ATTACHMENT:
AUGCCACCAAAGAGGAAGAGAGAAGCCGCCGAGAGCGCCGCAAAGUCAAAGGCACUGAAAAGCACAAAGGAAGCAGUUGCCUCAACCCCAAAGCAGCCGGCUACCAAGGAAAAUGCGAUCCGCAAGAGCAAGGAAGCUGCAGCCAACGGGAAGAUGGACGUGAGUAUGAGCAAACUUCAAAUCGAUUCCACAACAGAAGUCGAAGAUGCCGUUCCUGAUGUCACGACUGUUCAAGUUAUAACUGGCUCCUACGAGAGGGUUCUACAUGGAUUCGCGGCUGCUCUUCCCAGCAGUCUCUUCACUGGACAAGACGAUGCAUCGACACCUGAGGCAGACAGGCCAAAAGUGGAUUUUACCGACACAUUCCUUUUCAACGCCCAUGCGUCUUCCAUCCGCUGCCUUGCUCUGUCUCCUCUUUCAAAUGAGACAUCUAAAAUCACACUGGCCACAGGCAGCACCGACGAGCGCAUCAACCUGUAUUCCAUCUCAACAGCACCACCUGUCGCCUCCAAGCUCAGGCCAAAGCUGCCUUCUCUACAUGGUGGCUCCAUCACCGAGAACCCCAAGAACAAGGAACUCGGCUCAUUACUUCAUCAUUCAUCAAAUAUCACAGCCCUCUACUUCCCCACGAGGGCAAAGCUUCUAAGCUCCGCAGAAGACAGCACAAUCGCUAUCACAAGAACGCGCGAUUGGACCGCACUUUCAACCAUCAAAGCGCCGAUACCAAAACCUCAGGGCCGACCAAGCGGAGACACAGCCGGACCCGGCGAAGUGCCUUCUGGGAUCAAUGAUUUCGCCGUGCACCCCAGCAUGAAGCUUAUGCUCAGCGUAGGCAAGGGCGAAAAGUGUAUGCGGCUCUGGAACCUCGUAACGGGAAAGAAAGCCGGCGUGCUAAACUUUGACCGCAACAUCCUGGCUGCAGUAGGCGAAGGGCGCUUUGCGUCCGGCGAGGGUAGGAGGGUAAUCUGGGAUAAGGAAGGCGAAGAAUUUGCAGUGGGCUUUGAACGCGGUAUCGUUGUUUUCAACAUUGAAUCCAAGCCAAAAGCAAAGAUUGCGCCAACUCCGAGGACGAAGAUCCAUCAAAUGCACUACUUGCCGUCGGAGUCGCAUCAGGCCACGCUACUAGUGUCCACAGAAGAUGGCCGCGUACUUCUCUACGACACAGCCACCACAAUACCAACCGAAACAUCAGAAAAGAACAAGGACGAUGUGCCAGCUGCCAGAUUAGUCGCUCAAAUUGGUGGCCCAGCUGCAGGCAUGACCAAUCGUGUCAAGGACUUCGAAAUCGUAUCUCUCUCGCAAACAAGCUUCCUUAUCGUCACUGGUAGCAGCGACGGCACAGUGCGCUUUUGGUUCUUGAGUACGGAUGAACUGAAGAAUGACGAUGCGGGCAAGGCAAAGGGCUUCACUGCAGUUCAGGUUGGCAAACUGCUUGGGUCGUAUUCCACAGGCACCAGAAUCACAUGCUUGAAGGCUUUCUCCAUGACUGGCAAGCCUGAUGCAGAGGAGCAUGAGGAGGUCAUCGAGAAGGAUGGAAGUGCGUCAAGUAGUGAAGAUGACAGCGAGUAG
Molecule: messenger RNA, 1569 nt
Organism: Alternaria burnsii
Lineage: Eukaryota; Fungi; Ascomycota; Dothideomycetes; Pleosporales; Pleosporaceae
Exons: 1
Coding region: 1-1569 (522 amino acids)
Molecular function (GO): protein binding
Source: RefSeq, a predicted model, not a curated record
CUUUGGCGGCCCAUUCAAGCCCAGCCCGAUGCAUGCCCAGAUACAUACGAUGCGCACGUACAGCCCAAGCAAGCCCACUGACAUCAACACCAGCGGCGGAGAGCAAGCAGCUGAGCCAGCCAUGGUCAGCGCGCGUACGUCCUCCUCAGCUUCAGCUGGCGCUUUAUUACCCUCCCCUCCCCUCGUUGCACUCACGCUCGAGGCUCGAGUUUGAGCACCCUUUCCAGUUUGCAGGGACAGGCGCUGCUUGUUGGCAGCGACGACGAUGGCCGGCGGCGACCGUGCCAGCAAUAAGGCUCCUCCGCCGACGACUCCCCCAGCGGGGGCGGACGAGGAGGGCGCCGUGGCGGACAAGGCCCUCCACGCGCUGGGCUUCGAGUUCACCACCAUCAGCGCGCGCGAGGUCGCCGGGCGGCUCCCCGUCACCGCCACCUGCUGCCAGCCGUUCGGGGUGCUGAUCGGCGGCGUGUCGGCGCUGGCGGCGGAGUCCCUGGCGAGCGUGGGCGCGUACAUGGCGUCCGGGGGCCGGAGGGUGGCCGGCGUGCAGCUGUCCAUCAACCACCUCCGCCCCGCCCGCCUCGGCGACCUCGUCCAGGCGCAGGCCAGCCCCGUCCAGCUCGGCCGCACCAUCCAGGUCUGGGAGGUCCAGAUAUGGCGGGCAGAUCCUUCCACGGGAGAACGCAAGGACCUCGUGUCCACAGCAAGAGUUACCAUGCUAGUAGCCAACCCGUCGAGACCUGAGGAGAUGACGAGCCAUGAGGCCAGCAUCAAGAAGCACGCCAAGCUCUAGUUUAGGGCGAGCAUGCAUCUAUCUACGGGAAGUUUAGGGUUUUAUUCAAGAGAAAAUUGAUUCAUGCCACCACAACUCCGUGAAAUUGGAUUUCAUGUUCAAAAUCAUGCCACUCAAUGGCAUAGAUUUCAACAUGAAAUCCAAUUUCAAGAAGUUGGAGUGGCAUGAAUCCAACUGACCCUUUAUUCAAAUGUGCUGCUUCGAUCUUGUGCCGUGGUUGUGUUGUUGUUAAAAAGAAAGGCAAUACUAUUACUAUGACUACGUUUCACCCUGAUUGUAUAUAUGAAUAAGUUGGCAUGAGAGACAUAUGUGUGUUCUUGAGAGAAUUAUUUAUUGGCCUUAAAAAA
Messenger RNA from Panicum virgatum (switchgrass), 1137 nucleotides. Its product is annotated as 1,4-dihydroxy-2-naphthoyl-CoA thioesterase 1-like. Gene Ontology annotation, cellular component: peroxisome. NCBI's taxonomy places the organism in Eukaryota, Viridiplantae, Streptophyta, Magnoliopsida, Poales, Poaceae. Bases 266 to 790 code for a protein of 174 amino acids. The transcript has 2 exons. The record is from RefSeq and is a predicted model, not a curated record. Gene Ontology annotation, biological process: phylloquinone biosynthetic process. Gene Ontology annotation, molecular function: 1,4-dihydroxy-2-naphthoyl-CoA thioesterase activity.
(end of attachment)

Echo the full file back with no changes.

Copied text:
AUGCCACCAAAGAGGAAGAGAGAAGCCGCCGAGAGCGCCGCAAAGUCAAAGGCACUGAAAAGCACAAAGGAAGCAGUUGCCUCAACCCCAAAGCAGCCGGCUACCAAGGAAAAUGCGAUCCGCAAGAGCAAGGAAGCUGCAGCCAACGGGAAGAUGGACGUGAGUAUGAGCAAACUUCAAAUCGAUUCCACAACAGAAGUCGAAGAUGCCGUUCCUGAUGUCACGACUGUUCAAGUUAUAACUGGCUCCUACGAGAGGGUUCUACAUGGAUUCGCGGCUGCUCUUCCCAGCAGUCUCUUCACUGGACAAGACGAUGCAUCGACACCUGAGGCAGACAGGCCAAAAGUGGAUUUUACCGACACAUUCCUUUUCAACGCCCAUGCGUCUUCCAUCCGCUGCCUUGCUCUGUCUCCUCUUUCAAAUGAGACAUCUAAAAUCACACUGGCCACAGGCAGCACCGACGAGCGCAUCAACCUGUAUUCCAUCUCAACAGCACCACCUGUCGCCUCCAAGCUCAGGCCAAAGCUGCCUUCUCUACAUGGUGGCUCCAUCACCGAGAACCCCAAGAACAAGGAACUCGGCUCAUUACUUCAUCAUUCAUCAAAUAUCACAGCCCUCUACUUCCCCACGAGGGCAAAGCUUCUAAGCUCCGCAGAAGACAGCACAAUCGCUAUCACAAGAACGCGCGAUUGGACCGCACUUUCAACCAUCAAAGCGCCGAUACCAAAACCUCAGGGCCGACCAAGCGGAGACACAGCCGGACCCGGCGAAGUGCCUUCUGGGAUCAAUGAUUUCGCCGUGCACCCCAGCAUGAAGCUUAUGCUCAGCGUAGGCAAGGGCGAAAAGUGUAUGCGGCUCUGGAACCUCGUAACGGGAAAGAAAGCCGGCGUGCUAAACUUUGACCGCAACAUCCUGGCUGCAGUAGGCGAAGGGCGCUUUGCGUCCGGCGAGGGUAGGAGGGUAAUCUGGGAUAAGGAAGGCGAAGAAUUUGCAGUGGGCUUUGAACGCGGUAUCGUUGUUUUCAACAUUGAAUCCAAGCCAAAAGCAAAGAUUGCGCCAACUCCGAGGACGAAGAUCCAUCAAAUGCACUACUUGCCGUCGGAGUCGCAUCAGGCCACGCUACUAGUGUCCACAGAAGAUGGCCGCGUACUUCUCUACGACACAGCCACCACAAUACCAACCGAAACAUCAGAAAAGAACAAGGACGAUGUGCCAGCUGCCAGAUUAGUCGCUCAAAUUGGUGGCCCAGCUGCAGGCAUGACCAAUCGUGUCAAGGACUUCGAAAUCGUAUCUCUCUCGCAAACAAGCUUCCUUAUCGUCACUGGUAGCAGCGACGGCACAGUGCGCUUUUGGUUCUUGAGUACGGAUGAACUGAAGAAUGACGAUGCGGGCAAGGCAAAGGGCUUCACUGCAGUUCAGGUUGGCAAACUGCUUGGGUCGUAUUCCACAGGCACCAGAAUCACAUGCUUGAAGGCUUUCUCCAUGACUGGCAAGCCUGAUGCAGAGGAGCAUGAGGAGGUCAUCGAGAAGGAUGGAAGUGCGUCAAGUAGUGAAGAUGACAGCGAGUAG
Molecule: messenger RNA, 1569 nt
Organism: Alternaria burnsii
Lineage: Eukaryota; Fungi; Ascomycota; Dothideomycetes; Pleosporales; Pleosporaceae
Exons: 1
Coding region: 1-1569 (522 amino acids)
Molecular function (GO): protein binding
Source: RefSeq, a predicted model, not a curated record
CUUUGGCGGCCCAUUCAAGCCCAGCCCGAUGCAUGCCCAGAUACAUACGAUGCGCACGUACAGCCCAAGCAAGCCCACUGACAUCAACACCAGCGGCGGAGAGCAAGCAGCUGAGCCAGCCAUGGUCAGCGCGCGUACGUCCUCCUCAGCUUCAGCUGGCGCUUUAUUACCCUCCCCUCCCCUCGUUGCACUCACGCUCGAGGCUCGAGUUUGAGCACCCUUUCCAGUUUGCAGGGACAGGCGCUGCUUGUUGGCAGCGACGACGAUGGCCGGCGGCGACCGUGCCAGCAAUAAGGCUCCUCCGCCGACGACUCCCCCAGCGGGGGCGGACGAGGAGGGCGCCGUGGCGGACAAGGCCCUCCACGCGCUGGGCUUCGAGUUCACCACCAUCAGCGCGCGCGAGGUCGCCGGGCGGCUCCCCGUCACCGCCACCUGCUGCCAGCCGUUCGGGGUGCUGAUCGGCGGCGUGUCGGCGCUGGCGGCGGAGUCCCUGGCGAGCGUGGGCGCGUACAUGGCGUCCGGGGGCCGGAGGGUGGCCGGCGUGCAGCUGUCCAUCAACCACCUCCGCCCCGCCCGCCUCGGCGACCUCGUCCAGGCGCAGGCCAGCCCCGUCCAGCUCGGCCGCACCAUCCAGGUCUGGGAGGUCCAGAUAUGGCGGGCAGAUCCUUCCACGGGAGAACGCAAGGACCUCGUGUCCACAGCAAGAGUUACCAUGCUAGUAGCCAACCCGUCGAGACCUGAGGAGAUGACGAGCCAUGAGGCCAGCAUCAAGAAGCACGCCAAGCUCUAGUUUAGGGCGAGCAUGCAUCUAUCUACGGGAAGUUUAGGGUUUUAUUCAAGAGAAAAUUGAUUCAUGCCACCACAACUCCGUGAAAUUGGAUUUCAUGUUCAAAAUCAUGCCACUCAAUGGCAUAGAUUUCAACAUGAAAUCCAAUUUCAAGAAGUUGGAGUGGCAUGAAUCCAACUGACCCUUUAUUCAAAUGUGCUGCUUCGAUCUUGUGCCGUGGUUGUGUUGUUGUUAAAAAGAAAGGCAAUACUAUUACUAUGACUACGUUUCACCCUGAUUGUAUAUAUGAAUAAGUUGGCAUGAGAGACAUAUGUGUGUUCUUGAGAGAAUUAUUUAUUGGCCUUAAAAAA
Messenger RNA from Panicum virgatum (switchgrass), 1137 nucleotides. Its product is annotated as 1,4-dihydroxy-2-naphthoyl-CoA thioesterase 1-like. Gene Ontology annotation, cellular component: peroxisome. NCBI's taxonomy places the organism in Eukaryota, Viridiplantae, Streptophyta, Magnoliopsida, Poales, Poaceae. Bases 266 to 790 code for a protein of 174 amino acids. The transcript has 2 exons. The record is from RefSeq and is a predicted model, not a curated record. Gene Ontology annotation, biological process: phylloquinone biosynthetic process. Gene Ontology annotation, molecular function: 1,4-dihydroxy-2-naphthoyl-CoA thioesterase activity.